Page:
Twin Parks Tenants Are Stuck in Housing Limbo

Photo: Andrew Kelly/REUTERS

It’s been five days since one of the worst fires in recent New York City history killed 17 people, including eight children, at Twin Parks North West. Despite being a five-alarm fire, most apartments in the building were relatively unscathed, and tenants have trickled back home throughout the week. Some who can return have little desire to live in soot-caked apartments that they no longer feel safe in. But 35 of the building’s 120 apartments are completely uninhabitable due to a combination of fire, water, and smoke damage, and for those residents, it’s unclear when they can return. Curbed spoke with three displaced tenants who are currently staying with family or in hotels paid for by the Red Cross. They’re stuck in a harrowing state of limbo — When can they go back? Do they even want to go back? — and are trying to wrap their heads around what happened and figure out what comes next.

“No, we can’t go back.”

Tamika Arthur lived in a sixth-floor duplex with her husband and three children. 
I’ve been calling management everyday, and nobody is telling me anything. When I call, I say, “Hey, what’s going on? Can you give me a timeline? Can you give me something?” They say, “We’ll call you back” or “Oh, give me ten minutes” or “Call back at 4 p.m.” So, no, I haven’t really heard from them. They just say that everyone’s apartment is going to get fixed, and that’s it.
We don’t know what’s going on with our apartment, but we can’t move back; there’s just too much trauma. We lived on the sixth floor — it’s me, my husband, and my three kids — and I have a child with ADHD. He was in the apartment with me at the time of the fire, and this has been very traumatic for him. My daughter was outside of the building cleaning the snow off the car with her father, and she witnessed a lot, too.

We do want to stay in the community, but the more I learn about the history of violations and things that should have been fixed that weren’t — no, we can’t go back. I’d feel like I’m putting my kids and myself in danger. I have a Section 8 voucher, and HUD is working with us on options. They offered us a place in Westchester, which is where I work, but it wouldn’t work for my children. We want to stay in the Bronx. Their schools are here. So I just have to see what’s available and figure out what my options are and then go from there. I understand things aren’t going to get resolved overnight, but we all need some sort of resolution so we can move on with our lives.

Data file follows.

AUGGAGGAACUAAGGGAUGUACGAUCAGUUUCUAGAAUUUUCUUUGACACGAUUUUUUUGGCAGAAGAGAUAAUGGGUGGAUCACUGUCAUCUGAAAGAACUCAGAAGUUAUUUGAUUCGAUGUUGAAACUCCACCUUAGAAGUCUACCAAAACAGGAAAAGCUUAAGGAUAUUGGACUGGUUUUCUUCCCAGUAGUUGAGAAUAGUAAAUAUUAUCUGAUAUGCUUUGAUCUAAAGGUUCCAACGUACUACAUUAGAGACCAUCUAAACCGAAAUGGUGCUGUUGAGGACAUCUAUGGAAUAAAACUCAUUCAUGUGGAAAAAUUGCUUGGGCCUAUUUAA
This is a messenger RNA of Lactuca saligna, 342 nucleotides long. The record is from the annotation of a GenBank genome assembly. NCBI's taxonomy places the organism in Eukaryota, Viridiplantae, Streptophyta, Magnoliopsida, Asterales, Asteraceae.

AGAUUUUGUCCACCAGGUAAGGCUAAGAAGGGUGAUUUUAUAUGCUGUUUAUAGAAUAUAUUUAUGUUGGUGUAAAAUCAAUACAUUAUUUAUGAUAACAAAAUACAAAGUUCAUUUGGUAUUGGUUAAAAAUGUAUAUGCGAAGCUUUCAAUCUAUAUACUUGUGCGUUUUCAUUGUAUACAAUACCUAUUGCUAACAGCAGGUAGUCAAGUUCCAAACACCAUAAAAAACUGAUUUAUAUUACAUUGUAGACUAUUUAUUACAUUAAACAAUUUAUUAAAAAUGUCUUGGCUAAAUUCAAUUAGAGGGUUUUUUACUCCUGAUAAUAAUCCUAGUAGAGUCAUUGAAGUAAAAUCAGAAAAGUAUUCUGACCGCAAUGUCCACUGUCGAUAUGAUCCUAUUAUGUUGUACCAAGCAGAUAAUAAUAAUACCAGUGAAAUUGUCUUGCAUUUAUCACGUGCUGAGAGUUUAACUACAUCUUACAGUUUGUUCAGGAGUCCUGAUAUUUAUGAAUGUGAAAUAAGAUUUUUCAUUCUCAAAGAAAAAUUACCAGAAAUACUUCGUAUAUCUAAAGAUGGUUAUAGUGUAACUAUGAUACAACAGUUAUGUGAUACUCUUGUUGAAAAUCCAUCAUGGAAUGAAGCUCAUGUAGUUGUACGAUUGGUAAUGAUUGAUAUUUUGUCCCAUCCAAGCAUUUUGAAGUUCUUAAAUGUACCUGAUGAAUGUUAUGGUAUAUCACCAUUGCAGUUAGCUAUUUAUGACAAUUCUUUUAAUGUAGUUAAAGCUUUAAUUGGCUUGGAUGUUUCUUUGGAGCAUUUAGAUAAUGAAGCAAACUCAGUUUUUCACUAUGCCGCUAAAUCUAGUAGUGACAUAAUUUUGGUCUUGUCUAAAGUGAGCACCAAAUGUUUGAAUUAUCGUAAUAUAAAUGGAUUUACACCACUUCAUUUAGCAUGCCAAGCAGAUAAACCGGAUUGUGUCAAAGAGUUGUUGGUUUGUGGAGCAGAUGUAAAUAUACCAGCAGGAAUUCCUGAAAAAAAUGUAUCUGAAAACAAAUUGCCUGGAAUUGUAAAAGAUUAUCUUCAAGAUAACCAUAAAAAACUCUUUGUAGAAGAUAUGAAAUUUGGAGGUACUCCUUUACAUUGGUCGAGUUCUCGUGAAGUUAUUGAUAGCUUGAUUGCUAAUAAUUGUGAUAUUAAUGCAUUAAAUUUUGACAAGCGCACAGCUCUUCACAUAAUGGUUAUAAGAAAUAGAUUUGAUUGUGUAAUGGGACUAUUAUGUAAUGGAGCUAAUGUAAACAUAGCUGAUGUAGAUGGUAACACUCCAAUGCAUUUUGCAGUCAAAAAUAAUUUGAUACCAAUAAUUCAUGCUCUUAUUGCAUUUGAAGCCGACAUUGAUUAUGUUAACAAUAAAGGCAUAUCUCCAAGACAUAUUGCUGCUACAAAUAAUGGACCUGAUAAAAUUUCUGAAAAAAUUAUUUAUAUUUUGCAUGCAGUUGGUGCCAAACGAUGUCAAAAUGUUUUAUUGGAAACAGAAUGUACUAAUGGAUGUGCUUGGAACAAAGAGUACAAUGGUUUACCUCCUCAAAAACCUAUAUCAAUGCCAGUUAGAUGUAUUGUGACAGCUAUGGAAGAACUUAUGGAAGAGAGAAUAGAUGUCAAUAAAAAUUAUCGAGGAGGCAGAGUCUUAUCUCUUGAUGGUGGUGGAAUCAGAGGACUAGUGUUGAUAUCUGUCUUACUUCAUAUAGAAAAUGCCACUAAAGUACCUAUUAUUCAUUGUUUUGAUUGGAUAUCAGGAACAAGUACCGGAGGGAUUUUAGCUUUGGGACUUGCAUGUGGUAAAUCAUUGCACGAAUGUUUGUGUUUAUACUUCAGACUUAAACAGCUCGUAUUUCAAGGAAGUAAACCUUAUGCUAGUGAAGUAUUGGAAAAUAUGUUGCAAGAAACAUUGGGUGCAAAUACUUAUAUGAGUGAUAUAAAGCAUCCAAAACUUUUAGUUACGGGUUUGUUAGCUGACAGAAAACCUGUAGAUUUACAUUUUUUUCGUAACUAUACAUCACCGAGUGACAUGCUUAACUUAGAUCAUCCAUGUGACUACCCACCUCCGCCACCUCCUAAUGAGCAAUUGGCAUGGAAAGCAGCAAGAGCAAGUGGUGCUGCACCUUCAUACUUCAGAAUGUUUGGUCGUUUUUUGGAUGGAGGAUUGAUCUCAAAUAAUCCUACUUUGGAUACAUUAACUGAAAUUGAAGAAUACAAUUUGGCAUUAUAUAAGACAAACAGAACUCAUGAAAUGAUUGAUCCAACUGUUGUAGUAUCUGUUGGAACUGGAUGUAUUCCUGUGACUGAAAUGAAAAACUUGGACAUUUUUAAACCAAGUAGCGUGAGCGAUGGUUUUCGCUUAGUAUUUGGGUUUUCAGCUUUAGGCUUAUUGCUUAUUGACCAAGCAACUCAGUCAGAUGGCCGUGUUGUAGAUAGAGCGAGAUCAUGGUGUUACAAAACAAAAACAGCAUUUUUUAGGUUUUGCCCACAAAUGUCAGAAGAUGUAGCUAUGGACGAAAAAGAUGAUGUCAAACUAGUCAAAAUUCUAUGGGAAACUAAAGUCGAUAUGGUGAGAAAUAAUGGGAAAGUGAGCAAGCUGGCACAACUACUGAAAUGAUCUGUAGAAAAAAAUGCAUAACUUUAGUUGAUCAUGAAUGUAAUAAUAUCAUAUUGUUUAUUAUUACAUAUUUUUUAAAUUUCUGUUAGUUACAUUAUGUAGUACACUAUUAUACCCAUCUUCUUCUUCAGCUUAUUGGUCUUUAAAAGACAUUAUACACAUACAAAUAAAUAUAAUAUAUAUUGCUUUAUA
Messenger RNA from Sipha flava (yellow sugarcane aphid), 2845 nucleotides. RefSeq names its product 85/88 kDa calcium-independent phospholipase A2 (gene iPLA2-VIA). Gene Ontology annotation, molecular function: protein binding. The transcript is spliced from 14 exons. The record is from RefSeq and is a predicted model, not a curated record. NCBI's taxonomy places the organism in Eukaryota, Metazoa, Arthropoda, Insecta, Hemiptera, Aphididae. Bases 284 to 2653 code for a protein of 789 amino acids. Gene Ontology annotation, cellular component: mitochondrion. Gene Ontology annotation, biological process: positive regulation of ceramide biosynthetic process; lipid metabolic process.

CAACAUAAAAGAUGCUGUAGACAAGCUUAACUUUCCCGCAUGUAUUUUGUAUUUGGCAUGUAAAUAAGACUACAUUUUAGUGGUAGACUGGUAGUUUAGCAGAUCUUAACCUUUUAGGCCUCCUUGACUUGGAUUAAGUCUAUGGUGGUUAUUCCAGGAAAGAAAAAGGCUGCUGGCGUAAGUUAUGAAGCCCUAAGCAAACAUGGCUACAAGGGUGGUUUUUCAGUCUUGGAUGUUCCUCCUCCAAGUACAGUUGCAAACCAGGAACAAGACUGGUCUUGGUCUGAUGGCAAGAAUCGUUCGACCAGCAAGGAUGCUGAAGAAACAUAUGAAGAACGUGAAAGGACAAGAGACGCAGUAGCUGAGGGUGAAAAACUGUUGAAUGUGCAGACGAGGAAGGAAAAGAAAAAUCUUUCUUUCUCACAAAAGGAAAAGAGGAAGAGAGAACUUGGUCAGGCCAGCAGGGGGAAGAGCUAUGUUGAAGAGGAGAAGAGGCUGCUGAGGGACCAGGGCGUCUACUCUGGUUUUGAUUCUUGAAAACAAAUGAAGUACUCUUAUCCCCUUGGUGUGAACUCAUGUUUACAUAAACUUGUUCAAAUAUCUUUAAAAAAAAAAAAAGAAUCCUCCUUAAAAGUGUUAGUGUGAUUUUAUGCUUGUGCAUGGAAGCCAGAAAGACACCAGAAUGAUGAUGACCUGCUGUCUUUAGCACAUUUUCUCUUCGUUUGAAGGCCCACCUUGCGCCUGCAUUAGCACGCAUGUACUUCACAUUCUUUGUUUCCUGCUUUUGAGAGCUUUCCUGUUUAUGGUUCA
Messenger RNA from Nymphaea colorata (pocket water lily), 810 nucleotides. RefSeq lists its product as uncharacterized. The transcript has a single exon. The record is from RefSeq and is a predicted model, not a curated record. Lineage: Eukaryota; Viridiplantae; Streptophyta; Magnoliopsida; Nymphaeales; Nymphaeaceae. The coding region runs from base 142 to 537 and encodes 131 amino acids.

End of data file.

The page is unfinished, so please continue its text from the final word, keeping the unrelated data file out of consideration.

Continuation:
“Mentally, I am not okay, but I have to be okay to figure this out.”

Yalicia Smith lived on the floor where the fire broke out with her mother and brother.
Me, my mom, and my brother all want to go back, but we just can’t. We live on the third floor, and the apartment is not habitable. I can’t even go up to it, so we have to look for another place. I don’t know what that looks like right now. We haven’t heard anything from management yet. We’re able to stay in our hotel until January 24, and then I don’t know. We’re taking it day by day. We’re dealing with a lot of trauma and trying to take care of each other mentally. I was recovering from having COVID, and the fire was on my birthday. I woke up to nothing. Yeah, it’s bad, but I’m alive. We’re alive. I’ll see another birthday. Mentally, I am not okay, but I have to be okay to figure this out. I saw everything: People running for their lives, people getting resuscitated. These are people that we know, that we have love for. It’s really hard to see that. It’s so hard to deal with the trauma and think about where you’re going to live. That’s what I’ve been dealing with for the last four or five days. I just had my first real meal since the fire this morning — French toast that the Red Cross provided me.

“We’re trying to be patient with management, but it’s frustrating.”

Nicole Anderson is a lifelong resident of Twin Parks North West.
We live on the 13th floor, and our apartment doesn’t have a lot of damage, but we’re not going back. We already told management they need to relocate us. I live with my mom and 11-year-old daughter. They’re both scared and too nervous to come back. My daughter is petrified and can’t even look at the building without crying, so we won’t be back. Workers are upstairs now trying to clean the walls, the floor, the ceilings. It’s smoky, and there’s some soot in the living room. We filled bags up with clothes, bedding, whatever we could grab. We’re staying with one of my aunts for now. It’s not permanent. We’re fortunate she has one extra bedroom for us. It’s a difficult decision not to come back, but I have to think about my daughter and my mother, and I’m not going to put them anywhere they feel uncomfortable.

When I called, management said they’re working on some things. That’s really all that they’ve said. We told them we want to relocate, and they said they understand and that they’re working on seeing what they can do. We’re trying to be patient with them, but it’s frustrating. We’re looking ourselves to see what apartments are out there. Ideally, we want to stay in the Bronx; most of my family is in the Bronx — my mother has been here since the place opened, and I’ve lived here my whole life.

Twin Parks Tenants Are Stuck in Housing Limbo